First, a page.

THR: How do you balance what people might expect from a family movie with simply indulging your specific sense of humor?
Singh: I think that’s a very tough balance. Well before movies came along, and I think even before literature, which is what I was addressing in The Fall, is that a story has so much to do with who you’re telling it to and a lot of it has to do with you. When you’re in the middle of the street in Morocco or India where you have the storytellers, they would change the tale depending on how much you lean forward, lean back, get bored and are about to leave. Now along came literature, written word, and then you have these set things that you come to terms with and that’s when you get a lot more of the person telling the tale, saying “this is my tale, you take it or leave it.” And then you come to film, it’s actually a set story that a person is told. If you can’t come to terms with it, you just reject it by not going to it. It’s actually coming full circle from how stories originally were told around the campfire before writing was around – and it’s how the these focus groups now come around. I put a lot of stuff in that I just think works, and then they’ll come in and they can turn around and say “I would never let my kids see that.” And you have to be sensitive to that. When you make a hundred million dollar movie and you want it to be accessible, it’s much more of a Trojan horse; if you have any sensibility, you have to put it within the shell of the horse for people to be able to swallow that. So I hope that this is as much of me as people can accept and have an appetite for.
THR: Was it tough it to find a balance between doing something different and maybe more modest than you’ve done in the past, and still fulfilling the demands of bringing a fantastical story to life?
Singh: I do a billion commercials, I do lots of kiddie things, I do all sorts of stuff, but my first three films happen to be R-rated movies, so I think everybody was thinking that’s where my take is. And when the offer was there to make this into a gritty movie, I just said “no.” I was supposed to do only do three visual films; I wanted to do a whole bunch of [different] films after. Otherwise I just thought, later you can’t get out of that box, and when the people realized I wasn’t going to be around much longer, and we just thought, “okay, let’s do another visual one where it would be a children’s tale.” And in terms of having to put on a different hat altogether, I think it’s just that people who only know me from movies will think that it looks like I put on a different hat. But I’m hoping it will broaden me out.
THR: What sort of would be an ideal career path for you at this point in terms of balancing personal projects with more commercial ones?
Singh: Oh that’s brilliant question — I’ve been dying to say that for a while. For me, the ideal [example of a filmmaker] has always been [Roman] Polanski. You see a studio film and you see a personal film and you see as much of him in Knife In The Water as there is in Chinatown — you can see his DNA in everything that he did, from any genre that you can think of. He always had that in there. So if I can mix it up right now, that’s what I would fight for; I would say, am I in the movie, and do I have a take on it? Because no matter what, I’m very happy doing advertising, and I love it, so I would like to carry on making films that reflect as much of me as the audience can bear.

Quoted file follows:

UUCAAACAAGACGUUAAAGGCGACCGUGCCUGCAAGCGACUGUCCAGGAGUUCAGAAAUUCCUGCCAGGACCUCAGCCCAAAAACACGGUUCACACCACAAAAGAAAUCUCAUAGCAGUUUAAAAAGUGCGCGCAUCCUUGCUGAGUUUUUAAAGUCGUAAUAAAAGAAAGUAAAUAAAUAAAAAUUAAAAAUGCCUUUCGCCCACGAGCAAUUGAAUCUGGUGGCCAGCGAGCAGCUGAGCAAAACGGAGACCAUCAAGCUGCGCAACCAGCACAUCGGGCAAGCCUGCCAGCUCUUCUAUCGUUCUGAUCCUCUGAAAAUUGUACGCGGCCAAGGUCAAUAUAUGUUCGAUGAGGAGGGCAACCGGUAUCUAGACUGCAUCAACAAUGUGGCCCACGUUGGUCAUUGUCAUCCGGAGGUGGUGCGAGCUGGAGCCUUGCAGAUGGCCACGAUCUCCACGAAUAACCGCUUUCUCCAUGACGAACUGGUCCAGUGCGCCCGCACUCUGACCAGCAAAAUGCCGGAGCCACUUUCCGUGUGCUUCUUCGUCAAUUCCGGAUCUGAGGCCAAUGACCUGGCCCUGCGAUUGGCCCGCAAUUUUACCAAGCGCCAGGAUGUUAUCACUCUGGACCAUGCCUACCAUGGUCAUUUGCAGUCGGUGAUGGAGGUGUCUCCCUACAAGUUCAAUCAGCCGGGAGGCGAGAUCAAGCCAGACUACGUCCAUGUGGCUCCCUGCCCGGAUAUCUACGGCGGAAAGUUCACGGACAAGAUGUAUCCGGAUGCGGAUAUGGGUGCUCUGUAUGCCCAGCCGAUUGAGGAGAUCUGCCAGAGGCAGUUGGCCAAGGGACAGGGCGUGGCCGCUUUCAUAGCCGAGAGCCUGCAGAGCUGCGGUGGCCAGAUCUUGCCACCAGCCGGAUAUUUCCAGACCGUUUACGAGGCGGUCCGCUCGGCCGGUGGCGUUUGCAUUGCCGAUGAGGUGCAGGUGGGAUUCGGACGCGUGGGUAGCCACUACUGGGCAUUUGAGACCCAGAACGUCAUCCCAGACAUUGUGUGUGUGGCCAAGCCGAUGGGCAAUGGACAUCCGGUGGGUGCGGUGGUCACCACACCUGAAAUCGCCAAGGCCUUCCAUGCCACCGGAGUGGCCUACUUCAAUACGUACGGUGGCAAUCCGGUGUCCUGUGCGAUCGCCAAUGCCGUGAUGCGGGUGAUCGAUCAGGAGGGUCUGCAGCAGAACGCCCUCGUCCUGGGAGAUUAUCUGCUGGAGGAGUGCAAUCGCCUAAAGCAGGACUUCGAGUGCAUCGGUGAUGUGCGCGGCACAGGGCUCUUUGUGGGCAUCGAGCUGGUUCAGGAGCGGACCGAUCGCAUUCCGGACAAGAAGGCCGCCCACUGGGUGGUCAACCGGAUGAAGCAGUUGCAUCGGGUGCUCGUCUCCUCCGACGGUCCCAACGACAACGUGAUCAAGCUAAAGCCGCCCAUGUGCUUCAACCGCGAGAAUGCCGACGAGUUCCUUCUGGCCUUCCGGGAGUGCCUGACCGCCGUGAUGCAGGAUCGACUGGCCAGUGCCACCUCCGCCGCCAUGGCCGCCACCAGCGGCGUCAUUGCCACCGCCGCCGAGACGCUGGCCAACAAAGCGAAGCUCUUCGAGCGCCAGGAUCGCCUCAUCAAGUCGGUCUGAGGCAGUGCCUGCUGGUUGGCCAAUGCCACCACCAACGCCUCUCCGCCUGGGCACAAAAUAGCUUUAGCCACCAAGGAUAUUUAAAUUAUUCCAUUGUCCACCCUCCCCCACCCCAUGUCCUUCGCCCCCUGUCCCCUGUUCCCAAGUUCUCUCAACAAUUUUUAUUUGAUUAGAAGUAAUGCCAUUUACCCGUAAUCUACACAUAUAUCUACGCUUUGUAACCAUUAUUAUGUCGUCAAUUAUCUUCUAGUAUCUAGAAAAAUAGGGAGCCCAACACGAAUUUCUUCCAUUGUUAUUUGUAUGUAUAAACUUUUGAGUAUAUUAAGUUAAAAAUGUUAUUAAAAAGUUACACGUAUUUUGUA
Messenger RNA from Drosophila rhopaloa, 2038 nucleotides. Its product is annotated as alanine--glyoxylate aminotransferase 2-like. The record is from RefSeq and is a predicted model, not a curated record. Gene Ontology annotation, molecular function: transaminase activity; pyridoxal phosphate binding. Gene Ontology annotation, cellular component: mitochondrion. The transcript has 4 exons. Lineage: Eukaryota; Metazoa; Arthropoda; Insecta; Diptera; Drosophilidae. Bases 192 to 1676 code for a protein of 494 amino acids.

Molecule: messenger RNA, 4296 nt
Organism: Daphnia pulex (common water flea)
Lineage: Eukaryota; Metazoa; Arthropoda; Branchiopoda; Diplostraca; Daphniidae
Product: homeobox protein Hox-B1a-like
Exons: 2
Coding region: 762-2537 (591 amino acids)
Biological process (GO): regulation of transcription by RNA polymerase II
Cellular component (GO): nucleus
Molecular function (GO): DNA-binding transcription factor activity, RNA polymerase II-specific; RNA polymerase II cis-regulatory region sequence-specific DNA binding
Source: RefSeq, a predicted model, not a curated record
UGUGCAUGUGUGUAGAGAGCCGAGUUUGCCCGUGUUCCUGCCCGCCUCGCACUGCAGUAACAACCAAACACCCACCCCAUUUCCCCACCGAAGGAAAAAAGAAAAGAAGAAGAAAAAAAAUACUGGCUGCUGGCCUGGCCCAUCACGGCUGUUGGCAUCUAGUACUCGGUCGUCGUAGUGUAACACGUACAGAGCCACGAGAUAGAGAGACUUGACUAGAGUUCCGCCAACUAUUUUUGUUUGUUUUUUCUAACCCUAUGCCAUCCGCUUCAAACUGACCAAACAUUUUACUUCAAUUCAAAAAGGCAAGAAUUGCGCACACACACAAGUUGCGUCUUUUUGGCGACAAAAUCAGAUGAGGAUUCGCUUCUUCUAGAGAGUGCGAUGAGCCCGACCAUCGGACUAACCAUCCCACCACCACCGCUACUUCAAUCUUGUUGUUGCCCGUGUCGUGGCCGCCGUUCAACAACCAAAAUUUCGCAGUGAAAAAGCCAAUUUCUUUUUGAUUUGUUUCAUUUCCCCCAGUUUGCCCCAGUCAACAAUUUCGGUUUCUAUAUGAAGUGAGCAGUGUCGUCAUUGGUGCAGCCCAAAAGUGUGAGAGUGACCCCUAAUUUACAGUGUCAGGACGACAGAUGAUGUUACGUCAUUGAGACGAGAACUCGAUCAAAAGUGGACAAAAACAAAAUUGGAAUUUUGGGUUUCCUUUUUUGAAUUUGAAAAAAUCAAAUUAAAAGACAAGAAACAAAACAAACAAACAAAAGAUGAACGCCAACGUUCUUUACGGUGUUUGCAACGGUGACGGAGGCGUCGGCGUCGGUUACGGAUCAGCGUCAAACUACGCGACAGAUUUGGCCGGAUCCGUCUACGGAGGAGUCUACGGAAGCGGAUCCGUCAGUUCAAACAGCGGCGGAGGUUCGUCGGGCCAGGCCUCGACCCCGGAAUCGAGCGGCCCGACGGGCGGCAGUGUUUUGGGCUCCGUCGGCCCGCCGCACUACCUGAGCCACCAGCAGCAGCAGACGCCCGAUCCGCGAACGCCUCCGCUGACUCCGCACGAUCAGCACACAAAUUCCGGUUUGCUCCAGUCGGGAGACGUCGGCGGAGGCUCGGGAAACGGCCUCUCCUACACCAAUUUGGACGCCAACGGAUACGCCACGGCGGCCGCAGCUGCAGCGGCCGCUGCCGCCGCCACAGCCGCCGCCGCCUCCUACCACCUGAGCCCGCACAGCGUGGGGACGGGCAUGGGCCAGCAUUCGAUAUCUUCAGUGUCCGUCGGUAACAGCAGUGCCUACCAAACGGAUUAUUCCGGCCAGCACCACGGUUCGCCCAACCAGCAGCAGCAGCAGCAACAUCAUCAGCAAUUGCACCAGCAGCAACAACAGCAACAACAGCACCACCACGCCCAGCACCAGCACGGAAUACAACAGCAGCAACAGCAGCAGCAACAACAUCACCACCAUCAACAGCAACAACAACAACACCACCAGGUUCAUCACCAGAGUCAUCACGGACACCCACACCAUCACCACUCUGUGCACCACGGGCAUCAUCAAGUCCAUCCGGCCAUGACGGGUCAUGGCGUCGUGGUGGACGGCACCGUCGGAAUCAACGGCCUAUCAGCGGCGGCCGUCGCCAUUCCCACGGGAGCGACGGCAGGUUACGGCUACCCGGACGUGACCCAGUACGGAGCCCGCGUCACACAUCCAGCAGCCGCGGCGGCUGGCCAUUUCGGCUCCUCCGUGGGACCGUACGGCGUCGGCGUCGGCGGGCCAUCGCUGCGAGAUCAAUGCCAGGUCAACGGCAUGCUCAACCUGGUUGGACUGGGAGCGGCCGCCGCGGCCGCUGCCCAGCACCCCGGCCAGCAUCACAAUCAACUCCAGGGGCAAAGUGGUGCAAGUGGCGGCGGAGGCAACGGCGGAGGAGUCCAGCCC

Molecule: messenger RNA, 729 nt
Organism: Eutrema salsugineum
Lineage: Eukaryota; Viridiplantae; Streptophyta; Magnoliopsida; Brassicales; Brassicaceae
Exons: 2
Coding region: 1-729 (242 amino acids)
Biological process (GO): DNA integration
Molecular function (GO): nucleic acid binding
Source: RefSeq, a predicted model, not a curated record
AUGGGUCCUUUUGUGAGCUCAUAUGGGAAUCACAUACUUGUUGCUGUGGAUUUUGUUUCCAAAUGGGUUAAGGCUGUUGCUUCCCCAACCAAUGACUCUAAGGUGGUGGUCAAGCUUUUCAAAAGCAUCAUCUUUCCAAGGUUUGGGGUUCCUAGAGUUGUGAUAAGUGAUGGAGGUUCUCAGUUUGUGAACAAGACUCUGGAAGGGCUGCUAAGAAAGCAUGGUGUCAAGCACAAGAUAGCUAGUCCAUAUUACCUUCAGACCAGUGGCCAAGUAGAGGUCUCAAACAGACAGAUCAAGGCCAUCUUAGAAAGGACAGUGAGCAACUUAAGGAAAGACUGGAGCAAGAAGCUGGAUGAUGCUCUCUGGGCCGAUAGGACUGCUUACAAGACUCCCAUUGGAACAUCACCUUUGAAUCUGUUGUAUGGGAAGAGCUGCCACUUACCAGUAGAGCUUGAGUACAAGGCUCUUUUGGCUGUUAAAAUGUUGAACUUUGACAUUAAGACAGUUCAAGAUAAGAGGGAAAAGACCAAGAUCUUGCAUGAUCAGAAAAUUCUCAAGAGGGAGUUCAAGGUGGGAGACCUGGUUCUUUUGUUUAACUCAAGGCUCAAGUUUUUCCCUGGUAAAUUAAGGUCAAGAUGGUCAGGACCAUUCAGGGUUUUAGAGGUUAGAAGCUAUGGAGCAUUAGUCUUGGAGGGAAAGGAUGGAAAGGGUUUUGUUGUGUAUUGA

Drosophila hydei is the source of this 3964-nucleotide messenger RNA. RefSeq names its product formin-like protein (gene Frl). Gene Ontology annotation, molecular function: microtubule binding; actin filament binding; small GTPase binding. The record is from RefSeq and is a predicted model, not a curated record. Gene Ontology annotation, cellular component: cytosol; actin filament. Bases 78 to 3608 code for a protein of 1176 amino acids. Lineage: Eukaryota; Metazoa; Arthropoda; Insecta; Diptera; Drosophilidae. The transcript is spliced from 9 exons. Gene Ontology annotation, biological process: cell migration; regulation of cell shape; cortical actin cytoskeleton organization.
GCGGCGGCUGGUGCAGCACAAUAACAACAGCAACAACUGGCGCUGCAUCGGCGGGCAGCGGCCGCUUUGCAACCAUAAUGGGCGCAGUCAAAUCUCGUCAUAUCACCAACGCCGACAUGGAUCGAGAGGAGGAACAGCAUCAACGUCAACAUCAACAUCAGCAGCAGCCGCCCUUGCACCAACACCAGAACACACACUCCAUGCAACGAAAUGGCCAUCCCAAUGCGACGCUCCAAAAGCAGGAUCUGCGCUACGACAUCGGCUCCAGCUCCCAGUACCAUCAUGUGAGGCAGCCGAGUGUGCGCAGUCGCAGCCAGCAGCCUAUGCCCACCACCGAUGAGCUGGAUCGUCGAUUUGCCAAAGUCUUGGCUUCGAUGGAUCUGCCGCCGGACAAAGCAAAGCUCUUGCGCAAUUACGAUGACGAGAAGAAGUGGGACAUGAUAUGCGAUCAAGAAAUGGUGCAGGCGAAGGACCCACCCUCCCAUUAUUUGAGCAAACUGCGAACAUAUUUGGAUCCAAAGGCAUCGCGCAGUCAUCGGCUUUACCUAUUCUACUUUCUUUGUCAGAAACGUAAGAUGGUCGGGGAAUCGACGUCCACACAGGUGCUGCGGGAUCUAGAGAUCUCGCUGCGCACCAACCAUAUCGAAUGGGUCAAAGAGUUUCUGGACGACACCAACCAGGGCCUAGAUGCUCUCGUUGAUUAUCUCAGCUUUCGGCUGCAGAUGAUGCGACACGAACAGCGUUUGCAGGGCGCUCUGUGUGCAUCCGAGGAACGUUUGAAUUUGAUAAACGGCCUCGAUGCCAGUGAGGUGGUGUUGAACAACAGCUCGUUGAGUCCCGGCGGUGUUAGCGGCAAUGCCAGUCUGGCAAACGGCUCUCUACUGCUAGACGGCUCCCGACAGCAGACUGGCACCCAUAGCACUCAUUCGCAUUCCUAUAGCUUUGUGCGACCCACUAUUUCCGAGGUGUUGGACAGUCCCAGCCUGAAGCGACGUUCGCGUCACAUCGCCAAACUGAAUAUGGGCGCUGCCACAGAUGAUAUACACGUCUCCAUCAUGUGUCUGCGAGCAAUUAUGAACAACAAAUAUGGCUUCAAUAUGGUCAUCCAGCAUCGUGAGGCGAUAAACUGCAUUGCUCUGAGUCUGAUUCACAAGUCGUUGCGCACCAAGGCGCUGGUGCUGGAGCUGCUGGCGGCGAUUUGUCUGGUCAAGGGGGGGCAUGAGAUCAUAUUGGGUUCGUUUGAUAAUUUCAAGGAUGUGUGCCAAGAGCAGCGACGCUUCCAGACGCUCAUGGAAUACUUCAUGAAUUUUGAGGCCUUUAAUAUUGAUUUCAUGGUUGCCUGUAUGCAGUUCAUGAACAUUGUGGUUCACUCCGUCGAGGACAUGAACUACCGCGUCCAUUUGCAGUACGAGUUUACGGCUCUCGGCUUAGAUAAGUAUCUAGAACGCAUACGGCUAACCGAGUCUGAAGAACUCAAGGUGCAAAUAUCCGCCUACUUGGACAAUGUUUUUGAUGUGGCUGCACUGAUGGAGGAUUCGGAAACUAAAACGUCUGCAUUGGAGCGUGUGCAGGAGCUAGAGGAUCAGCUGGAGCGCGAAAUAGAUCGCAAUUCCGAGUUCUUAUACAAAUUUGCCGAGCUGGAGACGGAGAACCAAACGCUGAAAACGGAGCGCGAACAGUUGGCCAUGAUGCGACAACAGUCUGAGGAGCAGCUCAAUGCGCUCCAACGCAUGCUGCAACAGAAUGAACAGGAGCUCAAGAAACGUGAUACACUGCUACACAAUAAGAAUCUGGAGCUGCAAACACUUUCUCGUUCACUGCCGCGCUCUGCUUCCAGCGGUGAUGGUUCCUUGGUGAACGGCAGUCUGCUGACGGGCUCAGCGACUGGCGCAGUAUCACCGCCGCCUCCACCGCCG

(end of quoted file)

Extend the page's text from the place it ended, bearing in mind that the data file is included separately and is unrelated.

THR: Filmmakers like Christopher Nolan and Clint Eastwood have established long-term relationships with studios so they have a destination for all of their projects. Is that a feasible goal for you to aspire to?
Singh: It is probably, but I’m so haphazard that I don’t know if I can get organized enough to put all of that together. Jeff Robinov at Warners is a good friend, and we’ve never done a movie together — I’ve never really gone to him with a project. But I’m kind of on a treadmill and I don’t calculate too much and things just come along the path to me. I kind of just embrace them one by one. But if I had to think slightly more long-term, which I guess I should be doing, I’m bloody 50 now, I should probably figure that out and where to go with it. But I’m not that farsighted.
THR: Ultimately how much does it matter to you if you get branded as the guy whose focus is on visuals over story?
Singh: (laughs) Well, it just goes without saying that I am like a monster as far as critics and scriptwriters are concerned, and the poster child of production designers and wardrobe people. But that’s because of the first three films that I chose, and it was a very conscious decision for me to get my DNA out there – that I am going to put the cart before the horse — except The Fall, which was a personal film and it was all about storytelling and it was a manipulation of storytelling. But the other films just fell into that terrain, and now hopefully if I get my way it will always be one of those things that when you change, people who said you were crap all along will start saying how wonderful you were earlier. But I think that change is coming now, and I’d like to mix it up right now. But that brand doesn’t bother me at all, nah. It’s me.